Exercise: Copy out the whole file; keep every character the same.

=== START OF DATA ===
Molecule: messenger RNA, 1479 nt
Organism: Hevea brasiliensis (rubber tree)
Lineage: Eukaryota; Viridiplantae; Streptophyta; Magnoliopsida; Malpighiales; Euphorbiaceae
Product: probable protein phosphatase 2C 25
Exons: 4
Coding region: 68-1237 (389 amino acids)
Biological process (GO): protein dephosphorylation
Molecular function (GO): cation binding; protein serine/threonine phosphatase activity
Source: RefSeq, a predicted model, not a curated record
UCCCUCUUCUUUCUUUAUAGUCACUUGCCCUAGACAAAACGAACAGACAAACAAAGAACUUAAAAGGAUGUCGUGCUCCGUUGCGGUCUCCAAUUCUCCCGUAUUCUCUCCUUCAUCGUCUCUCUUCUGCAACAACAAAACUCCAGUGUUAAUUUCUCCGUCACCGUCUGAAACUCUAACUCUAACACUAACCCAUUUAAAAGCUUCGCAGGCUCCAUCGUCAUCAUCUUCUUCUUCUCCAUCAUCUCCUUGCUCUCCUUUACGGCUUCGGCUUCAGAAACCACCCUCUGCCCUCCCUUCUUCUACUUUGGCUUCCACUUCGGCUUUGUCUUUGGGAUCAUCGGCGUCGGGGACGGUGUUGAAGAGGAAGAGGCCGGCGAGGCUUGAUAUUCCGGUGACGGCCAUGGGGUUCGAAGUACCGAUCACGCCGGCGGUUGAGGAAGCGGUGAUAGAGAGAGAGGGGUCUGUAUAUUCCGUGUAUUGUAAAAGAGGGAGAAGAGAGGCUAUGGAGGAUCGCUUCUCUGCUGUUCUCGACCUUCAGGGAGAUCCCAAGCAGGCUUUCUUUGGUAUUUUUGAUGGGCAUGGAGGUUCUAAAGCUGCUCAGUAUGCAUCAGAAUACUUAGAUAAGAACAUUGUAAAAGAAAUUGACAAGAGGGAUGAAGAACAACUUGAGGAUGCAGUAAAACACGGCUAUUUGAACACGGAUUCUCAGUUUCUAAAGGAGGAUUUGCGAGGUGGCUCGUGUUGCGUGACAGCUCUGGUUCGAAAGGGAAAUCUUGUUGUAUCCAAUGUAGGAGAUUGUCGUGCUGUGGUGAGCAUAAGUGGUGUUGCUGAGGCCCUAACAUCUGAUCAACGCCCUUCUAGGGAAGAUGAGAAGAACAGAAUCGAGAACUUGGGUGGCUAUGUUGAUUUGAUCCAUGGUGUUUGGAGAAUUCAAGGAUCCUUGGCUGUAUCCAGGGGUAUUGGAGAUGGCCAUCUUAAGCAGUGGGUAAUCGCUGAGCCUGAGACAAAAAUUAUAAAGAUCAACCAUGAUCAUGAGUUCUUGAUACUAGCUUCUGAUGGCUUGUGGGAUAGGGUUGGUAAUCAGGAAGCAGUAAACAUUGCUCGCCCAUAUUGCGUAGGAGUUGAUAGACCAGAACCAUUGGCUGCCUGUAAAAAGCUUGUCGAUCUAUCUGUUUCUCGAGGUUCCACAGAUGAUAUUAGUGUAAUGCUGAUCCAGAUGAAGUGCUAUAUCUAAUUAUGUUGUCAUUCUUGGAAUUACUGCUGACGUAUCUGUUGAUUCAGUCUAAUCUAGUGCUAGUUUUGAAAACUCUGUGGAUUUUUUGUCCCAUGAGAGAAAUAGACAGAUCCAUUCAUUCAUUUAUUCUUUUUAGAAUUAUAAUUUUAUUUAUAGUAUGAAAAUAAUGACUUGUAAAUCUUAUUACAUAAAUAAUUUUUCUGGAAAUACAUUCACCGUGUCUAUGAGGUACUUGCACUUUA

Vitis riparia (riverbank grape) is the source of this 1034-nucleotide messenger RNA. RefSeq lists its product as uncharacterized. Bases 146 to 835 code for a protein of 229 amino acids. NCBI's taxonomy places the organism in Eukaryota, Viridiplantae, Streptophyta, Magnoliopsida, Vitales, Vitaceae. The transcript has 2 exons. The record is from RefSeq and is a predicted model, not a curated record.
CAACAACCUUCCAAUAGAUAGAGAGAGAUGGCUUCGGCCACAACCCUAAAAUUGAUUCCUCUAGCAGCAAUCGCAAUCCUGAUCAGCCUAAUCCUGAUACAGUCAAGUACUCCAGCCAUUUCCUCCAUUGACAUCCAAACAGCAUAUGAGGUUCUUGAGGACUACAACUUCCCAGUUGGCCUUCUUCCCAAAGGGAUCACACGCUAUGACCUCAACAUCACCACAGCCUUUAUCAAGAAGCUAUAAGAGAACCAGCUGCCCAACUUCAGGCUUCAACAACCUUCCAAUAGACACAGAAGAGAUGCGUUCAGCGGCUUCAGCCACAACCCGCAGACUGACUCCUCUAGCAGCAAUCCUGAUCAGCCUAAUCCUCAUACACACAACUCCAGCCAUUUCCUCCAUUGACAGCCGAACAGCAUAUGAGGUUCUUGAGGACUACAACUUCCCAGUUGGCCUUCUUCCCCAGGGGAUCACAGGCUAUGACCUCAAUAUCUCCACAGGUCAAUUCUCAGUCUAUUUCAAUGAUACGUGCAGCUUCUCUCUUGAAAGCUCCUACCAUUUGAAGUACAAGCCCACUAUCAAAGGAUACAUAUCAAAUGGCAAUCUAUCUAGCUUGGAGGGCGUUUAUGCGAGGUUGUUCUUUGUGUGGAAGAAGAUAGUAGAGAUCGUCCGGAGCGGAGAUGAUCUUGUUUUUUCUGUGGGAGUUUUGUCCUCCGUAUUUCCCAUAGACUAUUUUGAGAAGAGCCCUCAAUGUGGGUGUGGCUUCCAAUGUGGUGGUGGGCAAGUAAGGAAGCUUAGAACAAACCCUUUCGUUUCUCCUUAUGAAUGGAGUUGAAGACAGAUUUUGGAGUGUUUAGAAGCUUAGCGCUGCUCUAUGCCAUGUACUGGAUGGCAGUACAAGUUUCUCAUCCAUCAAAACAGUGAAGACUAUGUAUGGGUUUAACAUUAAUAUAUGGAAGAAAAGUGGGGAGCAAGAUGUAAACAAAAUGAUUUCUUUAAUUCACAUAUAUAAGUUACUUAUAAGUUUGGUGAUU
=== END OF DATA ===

Molecule: messenger RNA, 1479 nt
Organism: Hevea brasiliensis (rubber tree)
Lineage: Eukaryota; Viridiplantae; Streptophyta; Magnoliopsida; Malpighiales; Euphorbiaceae
Product: probable protein phosphatase 2C 25
Exons: 4
Coding region: 68-1237 (389 amino acids)
Biological process (GO): protein dephosphorylation
Molecular function (GO): cation binding; protein serine/threonine phosphatase activity
Source: RefSeq, a predicted model, not a curated record
UCCCUCUUCUUUCUUUAUAGUCACUUGCCCUAGACAAAACGAACAGACAAACAAAGAACUUAAAAGGAUGUCGUGCUCCGUUGCGGUCUCCAAUUCUCCCGUAUUCUCUCCUUCAUCGUCUCUCUUCUGCAACAACAAAACUCCAGUGUUAAUUUCUCCGUCACCGUCUGAAACUCUAACUCUAACACUAACCCAUUUAAAAGCUUCGCAGGCUCCAUCGUCAUCAUCUUCUUCUUCUCCAUCAUCUCCUUGCUCUCCUUUACGGCUUCGGCUUCAGAAACCACCCUCUGCCCUCCCUUCUUCUACUUUGGCUUCCACUUCGGCUUUGUCUUUGGGAUCAUCGGCGUCGGGGACGGUGUUGAAGAGGAAGAGGCCGGCGAGGCUUGAUAUUCCGGUGACGGCCAUGGGGUUCGAAGUACCGAUCACGCCGGCGGUUGAGGAAGCGGUGAUAGAGAGAGAGGGGUCUGUAUAUUCCGUGUAUUGUAAAAGAGGGAGAAGAGAGGCUAUGGAGGAUCGCUUCUCUGCUGUUCUCGACCUUCAGGGAGAUCCCAAGCAGGCUUUCUUUGGUAUUUUUGAUGGGCAUGGAGGUUCUAAAGCUGCUCAGUAUGCAUCAGAAUACUUAGAUAAGAACAUUGUAAAAGAAAUUGACAAGAGGGAUGAAGAACAACUUGAGGAUGCAGUAAAACACGGCUAUUUGAACACGGAUUCUCAGUUUCUAAAGGAGGAUUUGCGAGGUGGCUCGUGUUGCGUGACAGCUCUGGUUCGAAAGGGAAAUCUUGUUGUAUCCAAUGUAGGAGAUUGUCGUGCUGUGGUGAGCAUAAGUGGUGUUGCUGAGGCCCUAACAUCUGAUCAACGCCCUUCUAGGGAAGAUGAGAAGAACAGAAUCGAGAACUUGGGUGGCUAUGUUGAUUUGAUCCAUGGUGUUUGGAGAAUUCAAGGAUCCUUGGCUGUAUCCAGGGGUAUUGGAGAUGGCCAUCUUAAGCAGUGGGUAAUCGCUGAGCCUGAGACAAAAAUUAUAAAGAUCAACCAUGAUCAUGAGUUCUUGAUACUAGCUUCUGAUGGCUUGUGGGAUAGGGUUGGUAAUCAGGAAGCAGUAAACAUUGCUCGCCCAUAUUGCGUAGGAGUUGAUAGACCAGAACCAUUGGCUGCCUGUAAAAAGCUUGUCGAUCUAUCUGUUUCUCGAGGUUCCACAGAUGAUAUUAGUGUAAUGCUGAUCCAGAUGAAGUGCUAUAUCUAAUUAUGUUGUCAUUCUUGGAAUUACUGCUGACGUAUCUGUUGAUUCAGUCUAAUCUAGUGCUAGUUUUGAAAACUCUGUGGAUUUUUUGUCCCAUGAGAGAAAUAGACAGAUCCAUUCAUUCAUUUAUUCUUUUUAGAAUUAUAAUUUUAUUUAUAGUAUGAAAAUAAUGACUUGUAAAUCUUAUUACAUAAAUAAUUUUUCUGGAAAUACAUUCACCGUGUCUAUGAGGUACUUGCACUUUA

Vitis riparia (riverbank grape) is the source of this 1034-nucleotide messenger RNA. RefSeq lists its product as uncharacterized. Bases 146 to 835 code for a protein of 229 amino acids. NCBI's taxonomy places the organism in Eukaryota, Viridiplantae, Streptophyta, Magnoliopsida, Vitales, Vitaceae. The transcript has 2 exons. The record is from RefSeq and is a predicted model, not a curated record.
CAACAACCUUCCAAUAGAUAGAGAGAGAUGGCUUCGGCCACAACCCUAAAAUUGAUUCCUCUAGCAGCAAUCGCAAUCCUGAUCAGCCUAAUCCUGAUACAGUCAAGUACUCCAGCCAUUUCCUCCAUUGACAUCCAAACAGCAUAUGAGGUUCUUGAGGACUACAACUUCCCAGUUGGCCUUCUUCCCAAAGGGAUCACACGCUAUGACCUCAACAUCACCACAGCCUUUAUCAAGAAGCUAUAAGAGAACCAGCUGCCCAACUUCAGGCUUCAACAACCUUCCAAUAGACACAGAAGAGAUGCGUUCAGCGGCUUCAGCCACAACCCGCAGACUGACUCCUCUAGCAGCAAUCCUGAUCAGCCUAAUCCUCAUACACACAACUCCAGCCAUUUCCUCCAUUGACAGCCGAACAGCAUAUGAGGUUCUUGAGGACUACAACUUCCCAGUUGGCCUUCUUCCCCAGGGGAUCACAGGCUAUGACCUCAAUAUCUCCACAGGUCAAUUCUCAGUCUAUUUCAAUGAUACGUGCAGCUUCUCUCUUGAAAGCUCCUACCAUUUGAAGUACAAGCCCACUAUCAAAGGAUACAUAUCAAAUGGCAAUCUAUCUAGCUUGGAGGGCGUUUAUGCGAGGUUGUUCUUUGUGUGGAAGAAGAUAGUAGAGAUCGUCCGGAGCGGAGAUGAUCUUGUUUUUUCUGUGGGAGUUUUGUCCUCCGUAUUUCCCAUAGACUAUUUUGAGAAGAGCCCUCAAUGUGGGUGUGGCUUCCAAUGUGGUGGUGGGCAAGUAAGGAAGCUUAGAACAAACCCUUUCGUUUCUCCUUAUGAAUGGAGUUGAAGACAGAUUUUGGAGUGUUUAGAAGCUUAGCGCUGCUCUAUGCCAUGUACUGGAUGGCAGUACAAGUUUCUCAUCCAUCAAAACAGUGAAGACUAUGUAUGGGUUUAACAUUAAUAUAUGGAAGAAAAGUGGGGAGCAAGAUGUAAACAAAAUGAUUUCUUUAAUUCACAUAUAUAAGUUACUUAUAAGUUUGGUGAUU